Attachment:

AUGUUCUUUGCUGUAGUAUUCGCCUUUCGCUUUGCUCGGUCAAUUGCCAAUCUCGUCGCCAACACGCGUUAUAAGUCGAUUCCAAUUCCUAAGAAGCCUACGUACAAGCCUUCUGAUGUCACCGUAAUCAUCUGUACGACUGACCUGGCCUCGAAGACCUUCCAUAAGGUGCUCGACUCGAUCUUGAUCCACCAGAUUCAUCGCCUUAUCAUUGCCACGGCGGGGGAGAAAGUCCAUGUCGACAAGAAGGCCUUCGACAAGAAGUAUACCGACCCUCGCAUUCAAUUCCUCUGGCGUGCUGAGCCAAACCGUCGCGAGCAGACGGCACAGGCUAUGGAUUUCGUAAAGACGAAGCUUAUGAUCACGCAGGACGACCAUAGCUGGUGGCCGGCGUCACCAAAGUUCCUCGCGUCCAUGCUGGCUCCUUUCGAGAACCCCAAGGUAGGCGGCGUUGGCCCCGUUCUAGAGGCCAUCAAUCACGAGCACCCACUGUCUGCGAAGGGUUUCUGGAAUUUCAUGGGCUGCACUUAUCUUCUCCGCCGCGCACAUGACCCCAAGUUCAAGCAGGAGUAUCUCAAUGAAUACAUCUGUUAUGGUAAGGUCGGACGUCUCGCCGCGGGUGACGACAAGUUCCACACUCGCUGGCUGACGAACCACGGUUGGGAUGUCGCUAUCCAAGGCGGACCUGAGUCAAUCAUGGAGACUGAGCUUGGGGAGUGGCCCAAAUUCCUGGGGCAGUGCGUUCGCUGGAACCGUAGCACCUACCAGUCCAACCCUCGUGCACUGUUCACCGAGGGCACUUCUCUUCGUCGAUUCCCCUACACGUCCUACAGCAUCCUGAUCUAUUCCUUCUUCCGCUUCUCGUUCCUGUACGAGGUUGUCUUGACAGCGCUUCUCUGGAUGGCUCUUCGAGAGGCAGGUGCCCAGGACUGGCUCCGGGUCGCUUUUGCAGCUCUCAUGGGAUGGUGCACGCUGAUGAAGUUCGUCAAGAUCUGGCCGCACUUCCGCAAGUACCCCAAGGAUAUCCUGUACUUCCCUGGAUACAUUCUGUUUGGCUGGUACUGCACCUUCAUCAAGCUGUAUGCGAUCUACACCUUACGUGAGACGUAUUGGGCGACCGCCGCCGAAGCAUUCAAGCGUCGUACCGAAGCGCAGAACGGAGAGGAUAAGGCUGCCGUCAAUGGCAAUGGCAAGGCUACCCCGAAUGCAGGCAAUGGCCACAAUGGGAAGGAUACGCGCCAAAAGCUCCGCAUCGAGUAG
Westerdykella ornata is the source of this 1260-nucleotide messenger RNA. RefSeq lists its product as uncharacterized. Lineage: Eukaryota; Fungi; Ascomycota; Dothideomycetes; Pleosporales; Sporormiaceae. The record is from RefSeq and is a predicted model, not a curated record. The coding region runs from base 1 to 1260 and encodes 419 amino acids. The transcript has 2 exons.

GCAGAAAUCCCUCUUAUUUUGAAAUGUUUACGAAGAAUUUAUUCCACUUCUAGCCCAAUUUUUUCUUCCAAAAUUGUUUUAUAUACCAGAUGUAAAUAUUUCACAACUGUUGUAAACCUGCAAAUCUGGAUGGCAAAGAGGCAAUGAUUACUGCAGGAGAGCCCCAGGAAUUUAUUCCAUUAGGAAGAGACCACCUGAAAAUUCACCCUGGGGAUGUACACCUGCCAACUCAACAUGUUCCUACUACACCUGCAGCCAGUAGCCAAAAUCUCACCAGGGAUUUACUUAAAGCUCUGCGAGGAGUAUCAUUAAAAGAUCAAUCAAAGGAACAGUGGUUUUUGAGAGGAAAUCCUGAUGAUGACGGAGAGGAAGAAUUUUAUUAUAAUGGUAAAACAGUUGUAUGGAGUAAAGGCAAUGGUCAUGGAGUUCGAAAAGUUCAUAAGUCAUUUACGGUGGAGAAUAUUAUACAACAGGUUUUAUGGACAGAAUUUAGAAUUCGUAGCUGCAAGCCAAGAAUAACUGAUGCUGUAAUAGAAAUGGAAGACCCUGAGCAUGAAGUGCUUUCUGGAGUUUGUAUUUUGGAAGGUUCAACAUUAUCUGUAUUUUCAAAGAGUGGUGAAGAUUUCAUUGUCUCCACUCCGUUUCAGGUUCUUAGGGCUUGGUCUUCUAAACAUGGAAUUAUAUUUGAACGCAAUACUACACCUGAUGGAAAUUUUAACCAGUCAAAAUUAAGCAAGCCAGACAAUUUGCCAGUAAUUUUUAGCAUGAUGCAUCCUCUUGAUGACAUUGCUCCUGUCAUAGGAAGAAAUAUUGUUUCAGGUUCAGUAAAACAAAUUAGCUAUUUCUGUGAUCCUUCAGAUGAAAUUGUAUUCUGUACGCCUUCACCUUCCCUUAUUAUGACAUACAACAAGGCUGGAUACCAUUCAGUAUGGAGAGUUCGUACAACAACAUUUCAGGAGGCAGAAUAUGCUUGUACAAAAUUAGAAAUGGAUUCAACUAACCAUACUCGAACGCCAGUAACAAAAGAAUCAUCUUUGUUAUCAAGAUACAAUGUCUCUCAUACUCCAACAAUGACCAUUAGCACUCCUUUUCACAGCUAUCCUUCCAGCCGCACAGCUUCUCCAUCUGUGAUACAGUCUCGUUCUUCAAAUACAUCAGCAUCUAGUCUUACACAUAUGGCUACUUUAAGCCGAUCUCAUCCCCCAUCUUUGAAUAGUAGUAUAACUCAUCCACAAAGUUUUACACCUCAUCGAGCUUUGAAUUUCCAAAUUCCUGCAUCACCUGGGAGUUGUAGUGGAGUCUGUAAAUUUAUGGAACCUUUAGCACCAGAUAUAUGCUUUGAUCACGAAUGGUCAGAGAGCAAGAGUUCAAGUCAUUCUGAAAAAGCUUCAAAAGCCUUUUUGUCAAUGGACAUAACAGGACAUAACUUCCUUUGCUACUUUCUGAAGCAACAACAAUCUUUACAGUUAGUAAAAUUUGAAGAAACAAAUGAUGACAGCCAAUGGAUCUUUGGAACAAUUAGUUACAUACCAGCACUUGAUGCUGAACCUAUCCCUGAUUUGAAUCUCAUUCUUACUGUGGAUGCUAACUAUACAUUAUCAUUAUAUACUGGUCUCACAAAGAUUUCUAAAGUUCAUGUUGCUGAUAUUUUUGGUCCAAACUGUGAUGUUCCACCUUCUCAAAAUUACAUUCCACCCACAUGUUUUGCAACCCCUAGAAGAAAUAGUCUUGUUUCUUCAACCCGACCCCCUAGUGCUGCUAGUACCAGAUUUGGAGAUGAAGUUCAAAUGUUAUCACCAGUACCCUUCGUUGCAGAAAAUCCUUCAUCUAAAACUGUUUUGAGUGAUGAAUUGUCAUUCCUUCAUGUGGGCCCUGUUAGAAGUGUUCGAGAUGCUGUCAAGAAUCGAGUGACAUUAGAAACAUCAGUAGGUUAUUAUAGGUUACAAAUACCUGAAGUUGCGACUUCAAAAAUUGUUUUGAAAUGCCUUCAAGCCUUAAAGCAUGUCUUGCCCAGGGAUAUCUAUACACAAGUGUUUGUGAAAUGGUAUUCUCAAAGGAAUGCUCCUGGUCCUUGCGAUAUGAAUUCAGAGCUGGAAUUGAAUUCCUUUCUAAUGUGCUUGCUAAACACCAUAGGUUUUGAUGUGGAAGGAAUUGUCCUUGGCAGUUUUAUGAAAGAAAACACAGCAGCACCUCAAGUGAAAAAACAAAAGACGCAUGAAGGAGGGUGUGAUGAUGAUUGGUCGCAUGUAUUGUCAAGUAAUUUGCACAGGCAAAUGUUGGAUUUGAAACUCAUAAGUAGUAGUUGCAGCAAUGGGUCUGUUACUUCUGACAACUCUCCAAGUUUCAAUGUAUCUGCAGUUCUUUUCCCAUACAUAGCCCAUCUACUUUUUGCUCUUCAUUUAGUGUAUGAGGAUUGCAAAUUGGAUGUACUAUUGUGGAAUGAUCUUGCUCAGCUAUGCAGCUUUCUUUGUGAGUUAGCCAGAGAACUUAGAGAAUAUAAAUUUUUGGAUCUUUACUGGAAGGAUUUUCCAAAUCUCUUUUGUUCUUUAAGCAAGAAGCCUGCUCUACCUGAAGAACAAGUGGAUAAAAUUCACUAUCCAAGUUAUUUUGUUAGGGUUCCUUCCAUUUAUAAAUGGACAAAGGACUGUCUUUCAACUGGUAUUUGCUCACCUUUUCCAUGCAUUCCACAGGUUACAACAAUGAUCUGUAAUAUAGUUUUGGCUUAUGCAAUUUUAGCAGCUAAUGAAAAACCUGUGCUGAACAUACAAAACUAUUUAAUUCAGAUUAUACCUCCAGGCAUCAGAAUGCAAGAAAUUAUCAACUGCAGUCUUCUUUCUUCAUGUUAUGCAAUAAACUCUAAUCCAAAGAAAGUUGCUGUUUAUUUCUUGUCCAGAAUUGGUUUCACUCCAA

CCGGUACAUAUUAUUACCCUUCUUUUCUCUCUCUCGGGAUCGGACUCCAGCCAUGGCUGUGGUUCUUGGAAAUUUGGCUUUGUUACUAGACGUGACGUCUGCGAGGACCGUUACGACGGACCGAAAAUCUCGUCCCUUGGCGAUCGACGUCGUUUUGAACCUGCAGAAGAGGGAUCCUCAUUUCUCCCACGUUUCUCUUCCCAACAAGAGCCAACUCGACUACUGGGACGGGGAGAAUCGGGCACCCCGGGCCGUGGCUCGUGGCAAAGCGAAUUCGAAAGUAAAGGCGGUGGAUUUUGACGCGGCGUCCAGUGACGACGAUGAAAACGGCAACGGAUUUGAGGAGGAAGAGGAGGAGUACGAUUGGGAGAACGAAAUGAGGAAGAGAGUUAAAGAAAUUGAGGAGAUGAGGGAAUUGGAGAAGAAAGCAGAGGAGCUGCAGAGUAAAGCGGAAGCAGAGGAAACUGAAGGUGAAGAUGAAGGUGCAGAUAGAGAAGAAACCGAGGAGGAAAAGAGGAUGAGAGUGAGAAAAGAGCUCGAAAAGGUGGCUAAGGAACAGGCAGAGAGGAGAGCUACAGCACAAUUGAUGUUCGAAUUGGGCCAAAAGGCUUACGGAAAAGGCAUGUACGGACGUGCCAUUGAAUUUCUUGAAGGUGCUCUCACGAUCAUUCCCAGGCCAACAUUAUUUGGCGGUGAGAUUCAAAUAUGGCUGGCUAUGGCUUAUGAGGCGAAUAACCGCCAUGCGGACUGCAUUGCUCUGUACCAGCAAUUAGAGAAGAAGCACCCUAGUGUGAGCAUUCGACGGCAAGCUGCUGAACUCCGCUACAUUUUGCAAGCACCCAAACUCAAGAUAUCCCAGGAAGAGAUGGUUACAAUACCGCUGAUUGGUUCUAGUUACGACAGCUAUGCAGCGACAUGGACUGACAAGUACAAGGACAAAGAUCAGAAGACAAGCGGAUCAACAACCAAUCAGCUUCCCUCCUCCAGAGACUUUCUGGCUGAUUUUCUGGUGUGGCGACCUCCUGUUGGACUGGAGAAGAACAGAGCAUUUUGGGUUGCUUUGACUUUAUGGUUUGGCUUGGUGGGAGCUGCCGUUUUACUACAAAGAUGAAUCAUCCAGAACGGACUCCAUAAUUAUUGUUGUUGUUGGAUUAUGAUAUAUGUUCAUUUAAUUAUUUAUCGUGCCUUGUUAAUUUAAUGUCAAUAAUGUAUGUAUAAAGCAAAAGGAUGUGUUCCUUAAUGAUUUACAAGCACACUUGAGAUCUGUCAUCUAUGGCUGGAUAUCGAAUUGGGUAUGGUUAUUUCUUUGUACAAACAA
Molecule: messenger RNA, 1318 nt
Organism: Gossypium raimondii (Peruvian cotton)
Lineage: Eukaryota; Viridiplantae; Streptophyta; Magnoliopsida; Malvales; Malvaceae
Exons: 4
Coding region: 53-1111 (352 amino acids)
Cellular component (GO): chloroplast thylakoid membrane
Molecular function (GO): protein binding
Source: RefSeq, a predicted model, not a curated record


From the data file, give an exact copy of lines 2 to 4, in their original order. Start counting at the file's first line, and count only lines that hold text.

Westerdykella ornata is the source of this 1260-nucleotide messenger RNA. RefSeq lists its product as uncharacterized. Lineage: Eukaryota; Fungi; Ascomycota; Dothideomycetes; Pleosporales; Sporormiaceae. The record is from RefSeq and is a predicted model, not a curated record. The coding region runs from base 1 to 1260 and encodes 419 amino acids. The transcript has 2 exons.

GCAGAAAUCCCUCUUAUUUUGAAAUGUUUACGAAGAAUUUAUUCCACUUCUAGCCCAAUUUUUUCUUCCAAAAUUGUUUUAUAUACCAGAUGUAAAUAUUUCACAACUGUUGUAAACCUGCAAAUCUGGAUGGCAAAGAGGCAAUGAUUACUGCAGGAGAGCCCCAGGAAUUUAUUCCAUUAGGAAGAGACCACCUGAAAAUUCACCCUGGGGAUGUACACCUGCCAACUCAACAUGUUCCUACUACACCUGCAGCCAGUAGCCAAAAUCUCACCAGGGAUUUACUUAAAGCUCUGCGAGGAGUAUCAUUAAAAGAUCAAUCAAAGGAACAGUGGUUUUUGAGAGGAAAUCCUGAUGAUGACGGAGAGGAAGAAUUUUAUUAUAAUGGUAAAACAGUUGUAUGGAGUAAAGGCAAUGGUCAUGGAGUUCGAAAAGUUCAUAAGUCAUUUACGGUGGAGAAUAUUAUACAACAGGUUUUAUGGACAGAAUUUAGAAUUCGUAGCUGCAAGCCAAGAAUAACUGAUGCUGUAAUAGAAAUGGAAGACCCUGAGCAUGAAGUGCUUUCUGGAGUUUGUAUUUUGGAAGGUUCAACAUUAUCUGUAUUUUCAAAGAGUGGUGAAGAUUUCAUUGUCUCCACUCCGUUUCAGGUUCUUAGGGCUUGGUCUUCUAAACAUGGAAUUAUAUUUGAACGCAAUACUACACCUGAUGGAAAUUUUAACCAGUCAAAAUUAAGCAAGCCAGACAAUUUGCCAGUAAUUUUUAGCAUGAUGCAUCCUCUUGAUGACAUUGCUCCUGUCAUAGGAAGAAAUAUUGUUUCAGGUUCAGUAAAACAAAUUAGCUAUUUCUGUGAUCCUUCAGAUGAAAUUGUAUUCUGUACGCCUUCACCUUCCCUUAUUAUGACAUACAACAAGGCUGGAUACCAUUCAGUAUGGAGAGUUCGUACAACAACAUUUCAGGAGGCAGAAUAUGCUUGUACAAAAUUAGAAAUGGAUUCAACUAACCAUACUCGAACGCCAGUAACAAAAGAAUCAUCUUUGUUAUCAAGAUACAAUGUCUCUCAUACUCCAACAAUGACCAUUAGCACUCCUUUUCACAGCUAUCCUUCCAGCCGCACAGCUUCUCCAUCUGUGAUACAGUCUCGUUCUUCAAAUACAUCAGCAUCUAGUCUUACACAUAUGGCUACUUUAAGCCGAUCUCAUCCCCCAUCUUUGAAUAGUAGUAUAACUCAUCCACAAAGUUUUACACCUCAUCGAGCUUUGAAUUUCCAAAUUCCUGCAUCACCUGGGAGUUGUAGUGGAGUCUGUAAAUUUAUGGAACCUUUAGCACCAGAUAUAUGCUUUGAUCACGAAUGGUCAGAGAGCAAGAGUUCAAGUCAUUCUGAAAAAGCUUCAAAAGCCUUUUUGUCAAUGGACAUAACAGGACAUAACUUCCUUUGCUACUUUCUGAAGCAACAACAAUCUUUACAGUUAGUAAAAUUUGAAGAAACAAAUGAUGACAGCCAAUGGAUCUUUGGAACAAUUAGUUACAUACCAGCACUUGAUGCUGAACCUAUCCCUGAUUUGAAUCUCAUUCUUACUGUGGAUGCUAACUAUACAUUAUCAUUAUAUACUGGUCUCACAAAGAUUUCUAAAGUUCAUGUUGCUGAUAUUUUUGGUCCAAACUGUGAUGUUCCACCUUCUCAAAAUUACAUUCCACCCACAUGUUUUGCAACCCCUAGAAGAAAUAGUCUUGUUUCUUCAACCCGACCCCCUAGUGCUGCUAGUACCAGAUUUGGAGAUGAAGUUCAAAUGUUAUCACCAGUACCCUUCGUUGCAGAAAAUCCUUCAUCUAAAACUGUUUUGAGUGAUGAAUUGUCAUUCCUUCAUGUGGGCCCUGUUAGAAGUGUUCGAGAUGCUGUCAAGAAUCGAGUGACAUUAGAAACAUCAGUAGGUUAUUAUAGGUUACAAAUACCUGAAGUUGCGACUUCAAAAAUUGUUUUGAAAUGCCUUCAAGCCUUAAAGCAUGUCUUGCCCAGGGAUAUCUAUACACAAGUGUUUGUGAAAUGGUAUUCUCAAAGGAAUGCUCCUGGUCCUUGCGAUAUGAAUUCAGAGCUGGAAUUGAAUUCCUUUCUAAUGUGCUUGCUAAACACCAUAGGUUUUGAUGUGGAAGGAAUUGUCCUUGGCAGUUUUAUGAAAGAAAACACAGCAGCACCUCAAGUGAAAAAACAAAAGACGCAUGAAGGAGGGUGUGAUGAUGAUUGGUCGCAUGUAUUGUCAAGUAAUUUGCACAGGCAAAUGUUGGAUUUGAAACUCAUAAGUAGUAGUUGCAGCAAUGGGUCUGUUACUUCUGACAACUCUCCAAGUUUCAAUGUAUCUGCAGUUCUUUUCCCAUACAUAGCCCAUCUACUUUUUGCUCUUCAUUUAGUGUAUGAGGAUUGCAAAUUGGAUGUACUAUUGUGGAAUGAUCUUGCUCAGCUAUGCAGCUUUCUUUGUGAGUUAGCCAGAGAACUUAGAGAAUAUAAAUUUUUGGAUCUUUACUGGAAGGAUUUUCCAAAUCUCUUUUGUUCUUUAAGCAAGAAGCCUGCUCUACCUGAAGAACAAGUGGAUAAAAUUCACUAUCCAAGUUAUUUUGUUAGGGUUCCUUCCAUUUAUAAAUGGACAAAGGACUGUCUUUCAACUGGUAUUUGCUCACCUUUUCCAUGCAUUCCACAGGUUACAACAAUGAUCUGUAAUAUAGUUUUGGCUUAUGCAAUUUUAGCAGCUAAUGAAAAACCUGUGCUGAACAUACAAAACUAUUUAAUUCAGAUUAUACCUCCAGGCAUCAGAAUGCAAGAAAUUAUCAACUGCAGUCUUCUUUCUUCAUGUUAUGCAAUAAACUCUAAUCCAAAGAAAGUUGCUGUUUAUUUCUUGUCCAGAAUUGGUUUCACUCCAA

CCGGUACAUAUUAUUACCCUUCUUUUCUCUCUCUCGGGAUCGGACUCCAGCCAUGGCUGUGGUUCUUGGAAAUUUGGCUUUGUUACUAGACGUGACGUCUGCGAGGACCGUUACGACGGACCGAAAAUCUCGUCCCUUGGCGAUCGACGUCGUUUUGAACCUGCAGAAGAGGGAUCCUCAUUUCUCCCACGUUUCUCUUCCCAACAAGAGCCAACUCGACUACUGGGACGGGGAGAAUCGGGCACCCCGGGCCGUGGCUCGUGGCAAAGCGAAUUCGAAAGUAAAGGCGGUGGAUUUUGACGCGGCGUCCAGUGACGACGAUGAAAACGGCAACGGAUUUGAGGAGGAAGAGGAGGAGUACGAUUGGGAGAACGAAAUGAGGAAGAGAGUUAAAGAAAUUGAGGAGAUGAGGGAAUUGGAGAAGAAAGCAGAGGAGCUGCAGAGUAAAGCGGAAGCAGAGGAAACUGAAGGUGAAGAUGAAGGUGCAGAUAGAGAAGAAACCGAGGAGGAAAAGAGGAUGAGAGUGAGAAAAGAGCUCGAAAAGGUGGCUAAGGAACAGGCAGAGAGGAGAGCUACAGCACAAUUGAUGUUCGAAUUGGGCCAAAAGGCUUACGGAAAAGGCAUGUACGGACGUGCCAUUGAAUUUCUUGAAGGUGCUCUCACGAUCAUUCCCAGGCCAACAUUAUUUGGCGGUGAGAUUCAAAUAUGGCUGGCUAUGGCUUAUGAGGCGAAUAACCGCCAUGCGGACUGCAUUGCUCUGUACCAGCAAUUAGAGAAGAAGCACCCUAGUGUGAGCAUUCGACGGCAAGCUGCUGAACUCCGCUACAUUUUGCAAGCACCCAAACUCAAGAUAUCCCAGGAAGAGAUGGUUACAAUACCGCUGAUUGGUUCUAGUUACGACAGCUAUGCAGCGACAUGGACUGACAAGUACAAGGACAAAGAUCAGAAGACAAGCGGAUCAACAACCAAUCAGCUUCCCUCCUCCAGAGACUUUCUGGCUGAUUUUCUGGUGUGGCGACCUCCUGUUGGACUGGAGAAGAACAGAGCAUUUUGGGUUGCUUUGACUUUAUGGUUUGGCUUGGUGGGAGCUGCCGUUUUACUACAAAGAUGAAUCAUCCAGAACGGACUCCAUAAUUAUUGUUGUUGUUGGAUUAUGAUAUAUGUUCAUUUAAUUAUUUAUCGUGCCUUGUUAAUUUAAUGUCAAUAAUGUAUGUAUAAAGCAAAAGGAUGUGUUCCUUAAUGAUUUACAAGCACACUUGAGAUCUGUCAUCUAUGGCUGGAUAUCGAAUUGGGUAUGGUUAUUUCUUUGUACAAACAA